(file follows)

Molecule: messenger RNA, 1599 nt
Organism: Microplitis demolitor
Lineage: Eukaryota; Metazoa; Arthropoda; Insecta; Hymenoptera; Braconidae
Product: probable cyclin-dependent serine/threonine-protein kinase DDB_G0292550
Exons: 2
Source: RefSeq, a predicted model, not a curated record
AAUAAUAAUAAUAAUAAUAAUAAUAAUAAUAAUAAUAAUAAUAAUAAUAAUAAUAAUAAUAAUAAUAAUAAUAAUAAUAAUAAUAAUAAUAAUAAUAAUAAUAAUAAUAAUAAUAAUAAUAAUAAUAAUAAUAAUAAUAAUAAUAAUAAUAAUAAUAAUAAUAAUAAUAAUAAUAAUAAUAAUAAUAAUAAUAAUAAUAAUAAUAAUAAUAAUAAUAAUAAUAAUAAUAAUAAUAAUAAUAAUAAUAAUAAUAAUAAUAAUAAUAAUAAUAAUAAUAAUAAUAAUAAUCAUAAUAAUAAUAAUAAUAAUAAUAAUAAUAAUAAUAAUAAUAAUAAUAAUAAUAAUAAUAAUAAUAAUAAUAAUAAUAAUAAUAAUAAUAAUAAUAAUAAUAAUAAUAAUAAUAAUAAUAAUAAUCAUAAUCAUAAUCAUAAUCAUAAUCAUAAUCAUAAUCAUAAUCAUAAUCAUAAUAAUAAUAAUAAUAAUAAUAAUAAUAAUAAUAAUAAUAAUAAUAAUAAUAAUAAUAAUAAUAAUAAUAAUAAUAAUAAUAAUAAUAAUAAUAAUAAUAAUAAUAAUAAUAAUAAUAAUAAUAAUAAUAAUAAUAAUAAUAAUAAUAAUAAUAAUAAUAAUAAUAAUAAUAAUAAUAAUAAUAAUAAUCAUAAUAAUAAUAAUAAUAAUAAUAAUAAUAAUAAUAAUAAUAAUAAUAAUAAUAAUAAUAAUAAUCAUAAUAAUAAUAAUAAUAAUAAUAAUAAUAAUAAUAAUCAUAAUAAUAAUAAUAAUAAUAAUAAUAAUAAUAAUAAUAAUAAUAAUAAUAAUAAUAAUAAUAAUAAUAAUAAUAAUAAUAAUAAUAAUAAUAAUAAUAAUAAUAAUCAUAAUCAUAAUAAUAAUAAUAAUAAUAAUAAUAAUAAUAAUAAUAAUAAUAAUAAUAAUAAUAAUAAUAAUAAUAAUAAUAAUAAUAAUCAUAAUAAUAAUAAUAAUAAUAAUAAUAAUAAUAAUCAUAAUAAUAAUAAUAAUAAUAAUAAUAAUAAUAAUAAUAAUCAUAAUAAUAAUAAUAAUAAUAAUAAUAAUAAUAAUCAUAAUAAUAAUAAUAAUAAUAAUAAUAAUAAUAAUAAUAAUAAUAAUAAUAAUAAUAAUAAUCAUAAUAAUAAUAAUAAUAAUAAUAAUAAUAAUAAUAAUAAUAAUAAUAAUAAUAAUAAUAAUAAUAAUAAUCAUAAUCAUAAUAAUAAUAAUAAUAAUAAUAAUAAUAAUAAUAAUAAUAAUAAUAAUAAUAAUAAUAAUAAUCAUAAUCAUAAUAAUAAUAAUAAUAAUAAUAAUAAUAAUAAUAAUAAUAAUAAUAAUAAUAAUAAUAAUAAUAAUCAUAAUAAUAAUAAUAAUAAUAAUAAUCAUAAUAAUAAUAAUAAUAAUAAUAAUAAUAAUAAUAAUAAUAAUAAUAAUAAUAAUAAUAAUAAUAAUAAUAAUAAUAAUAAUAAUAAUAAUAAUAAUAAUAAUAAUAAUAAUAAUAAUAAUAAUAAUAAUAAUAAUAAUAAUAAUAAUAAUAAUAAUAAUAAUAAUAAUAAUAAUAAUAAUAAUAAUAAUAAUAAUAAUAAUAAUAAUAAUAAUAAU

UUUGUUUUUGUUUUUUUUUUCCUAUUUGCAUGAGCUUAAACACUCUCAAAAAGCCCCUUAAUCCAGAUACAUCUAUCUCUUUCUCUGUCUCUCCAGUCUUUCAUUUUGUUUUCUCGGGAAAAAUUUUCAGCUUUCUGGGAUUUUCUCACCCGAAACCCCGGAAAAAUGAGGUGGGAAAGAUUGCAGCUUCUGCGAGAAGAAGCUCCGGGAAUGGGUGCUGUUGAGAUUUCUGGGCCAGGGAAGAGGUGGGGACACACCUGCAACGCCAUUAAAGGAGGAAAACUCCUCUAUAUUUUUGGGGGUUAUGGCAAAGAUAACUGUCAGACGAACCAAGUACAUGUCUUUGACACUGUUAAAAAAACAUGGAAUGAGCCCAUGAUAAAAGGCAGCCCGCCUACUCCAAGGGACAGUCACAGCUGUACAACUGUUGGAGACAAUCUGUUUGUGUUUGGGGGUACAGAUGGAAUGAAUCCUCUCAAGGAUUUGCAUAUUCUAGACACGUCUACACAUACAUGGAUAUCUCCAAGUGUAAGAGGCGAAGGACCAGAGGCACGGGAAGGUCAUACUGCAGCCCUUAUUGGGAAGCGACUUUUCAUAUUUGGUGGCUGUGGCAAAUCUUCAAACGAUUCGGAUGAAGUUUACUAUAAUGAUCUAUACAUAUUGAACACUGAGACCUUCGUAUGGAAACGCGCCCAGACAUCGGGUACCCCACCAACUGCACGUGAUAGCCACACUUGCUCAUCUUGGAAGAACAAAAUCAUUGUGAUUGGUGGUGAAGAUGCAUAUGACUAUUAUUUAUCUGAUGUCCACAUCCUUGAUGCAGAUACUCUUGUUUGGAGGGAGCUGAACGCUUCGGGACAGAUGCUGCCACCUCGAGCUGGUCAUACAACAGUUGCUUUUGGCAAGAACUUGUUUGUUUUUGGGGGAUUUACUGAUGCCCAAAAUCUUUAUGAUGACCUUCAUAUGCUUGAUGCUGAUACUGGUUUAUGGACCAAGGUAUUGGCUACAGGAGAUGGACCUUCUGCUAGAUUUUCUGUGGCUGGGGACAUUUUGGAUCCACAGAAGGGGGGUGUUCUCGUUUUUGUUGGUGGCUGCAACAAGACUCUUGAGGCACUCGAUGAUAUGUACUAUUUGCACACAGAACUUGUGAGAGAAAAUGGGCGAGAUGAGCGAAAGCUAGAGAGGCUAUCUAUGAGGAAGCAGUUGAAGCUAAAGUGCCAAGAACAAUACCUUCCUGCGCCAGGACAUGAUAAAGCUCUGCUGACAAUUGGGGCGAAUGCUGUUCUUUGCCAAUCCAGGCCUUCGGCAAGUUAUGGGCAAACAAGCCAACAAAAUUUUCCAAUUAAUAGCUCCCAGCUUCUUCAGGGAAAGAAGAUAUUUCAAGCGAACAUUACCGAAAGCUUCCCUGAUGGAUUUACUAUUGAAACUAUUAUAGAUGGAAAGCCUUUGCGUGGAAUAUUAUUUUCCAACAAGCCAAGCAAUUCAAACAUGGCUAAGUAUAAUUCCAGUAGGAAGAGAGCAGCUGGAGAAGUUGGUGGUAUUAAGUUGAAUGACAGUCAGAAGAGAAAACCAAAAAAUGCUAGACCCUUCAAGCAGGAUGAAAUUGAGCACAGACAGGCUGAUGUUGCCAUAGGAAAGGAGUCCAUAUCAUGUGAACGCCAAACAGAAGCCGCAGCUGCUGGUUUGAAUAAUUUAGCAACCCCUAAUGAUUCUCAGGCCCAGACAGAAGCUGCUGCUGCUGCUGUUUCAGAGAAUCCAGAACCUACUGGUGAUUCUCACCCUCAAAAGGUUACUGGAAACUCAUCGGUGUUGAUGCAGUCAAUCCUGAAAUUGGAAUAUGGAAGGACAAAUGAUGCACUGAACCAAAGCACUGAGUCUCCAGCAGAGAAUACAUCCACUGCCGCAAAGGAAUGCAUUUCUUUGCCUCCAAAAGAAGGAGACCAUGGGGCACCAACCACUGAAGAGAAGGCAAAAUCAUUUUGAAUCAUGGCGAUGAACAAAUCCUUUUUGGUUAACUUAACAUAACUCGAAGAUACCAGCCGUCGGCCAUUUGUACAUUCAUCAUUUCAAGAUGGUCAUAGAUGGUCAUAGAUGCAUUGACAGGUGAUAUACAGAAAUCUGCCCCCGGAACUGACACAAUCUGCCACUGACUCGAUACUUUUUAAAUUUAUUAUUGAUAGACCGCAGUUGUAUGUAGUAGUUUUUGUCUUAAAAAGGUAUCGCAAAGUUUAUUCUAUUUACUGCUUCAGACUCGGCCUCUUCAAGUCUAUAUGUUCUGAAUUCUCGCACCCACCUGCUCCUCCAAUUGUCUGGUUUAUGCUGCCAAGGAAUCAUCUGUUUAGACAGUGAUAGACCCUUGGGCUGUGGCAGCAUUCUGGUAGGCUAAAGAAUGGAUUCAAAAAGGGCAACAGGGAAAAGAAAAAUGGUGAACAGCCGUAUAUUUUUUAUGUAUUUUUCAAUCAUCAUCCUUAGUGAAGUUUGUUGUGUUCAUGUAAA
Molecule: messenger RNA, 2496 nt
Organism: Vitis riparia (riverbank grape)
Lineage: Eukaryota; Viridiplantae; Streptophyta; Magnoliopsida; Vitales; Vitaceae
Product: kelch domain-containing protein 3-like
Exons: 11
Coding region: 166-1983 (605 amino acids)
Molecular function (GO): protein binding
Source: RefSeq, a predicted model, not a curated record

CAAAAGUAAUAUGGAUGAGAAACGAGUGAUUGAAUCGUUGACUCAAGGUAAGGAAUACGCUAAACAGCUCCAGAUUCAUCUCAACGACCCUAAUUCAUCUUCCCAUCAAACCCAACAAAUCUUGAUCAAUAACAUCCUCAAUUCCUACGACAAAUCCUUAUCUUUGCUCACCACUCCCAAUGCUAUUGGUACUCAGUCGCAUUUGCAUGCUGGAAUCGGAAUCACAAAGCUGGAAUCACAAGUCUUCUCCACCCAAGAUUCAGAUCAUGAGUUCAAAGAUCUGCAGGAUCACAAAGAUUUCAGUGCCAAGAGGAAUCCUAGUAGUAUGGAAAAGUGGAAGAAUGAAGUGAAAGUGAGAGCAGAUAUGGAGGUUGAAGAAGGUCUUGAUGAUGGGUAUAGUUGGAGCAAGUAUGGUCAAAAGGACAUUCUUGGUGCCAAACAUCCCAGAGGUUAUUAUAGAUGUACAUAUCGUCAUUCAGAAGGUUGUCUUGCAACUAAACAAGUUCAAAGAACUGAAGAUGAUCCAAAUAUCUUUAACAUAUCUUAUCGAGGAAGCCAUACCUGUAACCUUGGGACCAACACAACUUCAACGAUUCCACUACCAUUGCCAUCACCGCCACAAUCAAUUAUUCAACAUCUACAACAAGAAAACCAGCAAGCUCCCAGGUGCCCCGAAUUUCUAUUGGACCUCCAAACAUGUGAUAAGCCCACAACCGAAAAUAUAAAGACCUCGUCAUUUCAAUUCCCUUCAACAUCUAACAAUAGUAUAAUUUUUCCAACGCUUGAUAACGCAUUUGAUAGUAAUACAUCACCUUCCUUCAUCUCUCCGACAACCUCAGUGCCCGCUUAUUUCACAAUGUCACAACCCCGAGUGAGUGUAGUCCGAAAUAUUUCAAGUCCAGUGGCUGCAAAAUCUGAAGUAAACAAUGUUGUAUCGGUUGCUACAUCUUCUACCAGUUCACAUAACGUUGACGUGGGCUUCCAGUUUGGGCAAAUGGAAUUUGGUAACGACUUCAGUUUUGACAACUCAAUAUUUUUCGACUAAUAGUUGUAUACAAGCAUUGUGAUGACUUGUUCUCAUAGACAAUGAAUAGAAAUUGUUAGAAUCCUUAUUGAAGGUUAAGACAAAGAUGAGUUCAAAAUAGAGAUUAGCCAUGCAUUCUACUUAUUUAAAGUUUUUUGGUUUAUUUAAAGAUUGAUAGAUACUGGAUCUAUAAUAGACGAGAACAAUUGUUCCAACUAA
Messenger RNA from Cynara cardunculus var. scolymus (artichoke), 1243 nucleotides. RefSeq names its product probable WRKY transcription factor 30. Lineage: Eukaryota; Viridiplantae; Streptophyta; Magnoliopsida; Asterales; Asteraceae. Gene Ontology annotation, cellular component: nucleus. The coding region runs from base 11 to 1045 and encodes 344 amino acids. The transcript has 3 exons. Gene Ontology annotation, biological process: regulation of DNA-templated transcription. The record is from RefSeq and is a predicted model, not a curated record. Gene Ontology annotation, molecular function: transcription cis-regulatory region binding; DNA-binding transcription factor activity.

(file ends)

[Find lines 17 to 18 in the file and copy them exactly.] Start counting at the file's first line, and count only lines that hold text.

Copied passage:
CAAAAGUAAUAUGGAUGAGAAACGAGUGAUUGAAUCGUUGACUCAAGGUAAGGAAUACGCUAAACAGCUCCAGAUUCAUCUCAACGACCCUAAUUCAUCUUCCCAUCAAACCCAACAAAUCUUGAUCAAUAACAUCCUCAAUUCCUACGACAAAUCCUUAUCUUUGCUCACCACUCCCAAUGCUAUUGGUACUCAGUCGCAUUUGCAUGCUGGAAUCGGAAUCACAAAGCUGGAAUCACAAGUCUUCUCCACCCAAGAUUCAGAUCAUGAGUUCAAAGAUCUGCAGGAUCACAAAGAUUUCAGUGCCAAGAGGAAUCCUAGUAGUAUGGAAAAGUGGAAGAAUGAAGUGAAAGUGAGAGCAGAUAUGGAGGUUGAAGAAGGUCUUGAUGAUGGGUAUAGUUGGAGCAAGUAUGGUCAAAAGGACAUUCUUGGUGCCAAACAUCCCAGAGGUUAUUAUAGAUGUACAUAUCGUCAUUCAGAAGGUUGUCUUGCAACUAAACAAGUUCAAAGAACUGAAGAUGAUCCAAAUAUCUUUAACAUAUCUUAUCGAGGAAGCCAUACCUGUAACCUUGGGACCAACACAACUUCAACGAUUCCACUACCAUUGCCAUCACCGCCACAAUCAAUUAUUCAACAUCUACAACAAGAAAACCAGCAAGCUCCCAGGUGCCCCGAAUUUCUAUUGGACCUCCAAACAUGUGAUAAGCCCACAACCGAAAAUAUAAAGACCUCGUCAUUUCAAUUCCCUUCAACAUCUAACAAUAGUAUAAUUUUUCCAACGCUUGAUAACGCAUUUGAUAGUAAUACAUCACCUUCCUUCAUCUCUCCGACAACCUCAGUGCCCGCUUAUUUCACAAUGUCACAACCCCGAGUGAGUGUAGUCCGAAAUAUUUCAAGUCCAGUGGCUGCAAAAUCUGAAGUAAACAAUGUUGUAUCGGUUGCUACAUCUUCUACCAGUUCACAUAACGUUGACGUGGGCUUCCAGUUUGGGCAAAUGGAAUUUGGUAACGACUUCAGUUUUGACAACUCAAUAUUUUUCGACUAAUAGUUGUAUACAAGCAUUGUGAUGACUUGUUCUCAUAGACAAUGAAUAGAAAUUGUUAGAAUCCUUAUUGAAGGUUAAGACAAAGAUGAGUUCAAAAUAGAGAUUAGCCAUGCAUUCUACUUAUUUAAAGUUUUUUGGUUUAUUUAAAGAUUGAUAGAUACUGGAUCUAUAAUAGACGAGAACAAUUGUUCCAACUAA
Messenger RNA from Cynara cardunculus var. scolymus (artichoke), 1243 nucleotides. RefSeq names its product probable WRKY transcription factor 30. Lineage: Eukaryota; Viridiplantae; Streptophyta; Magnoliopsida; Asterales; Asteraceae. Gene Ontology annotation, cellular component: nucleus. The coding region runs from base 11 to 1045 and encodes 344 amino acids. The transcript has 3 exons. Gene Ontology annotation, biological process: regulation of DNA-templated transcription. The record is from RefSeq and is a predicted model, not a curated record. Gene Ontology annotation, molecular function: transcription cis-regulatory region binding; DNA-binding transcription factor activity.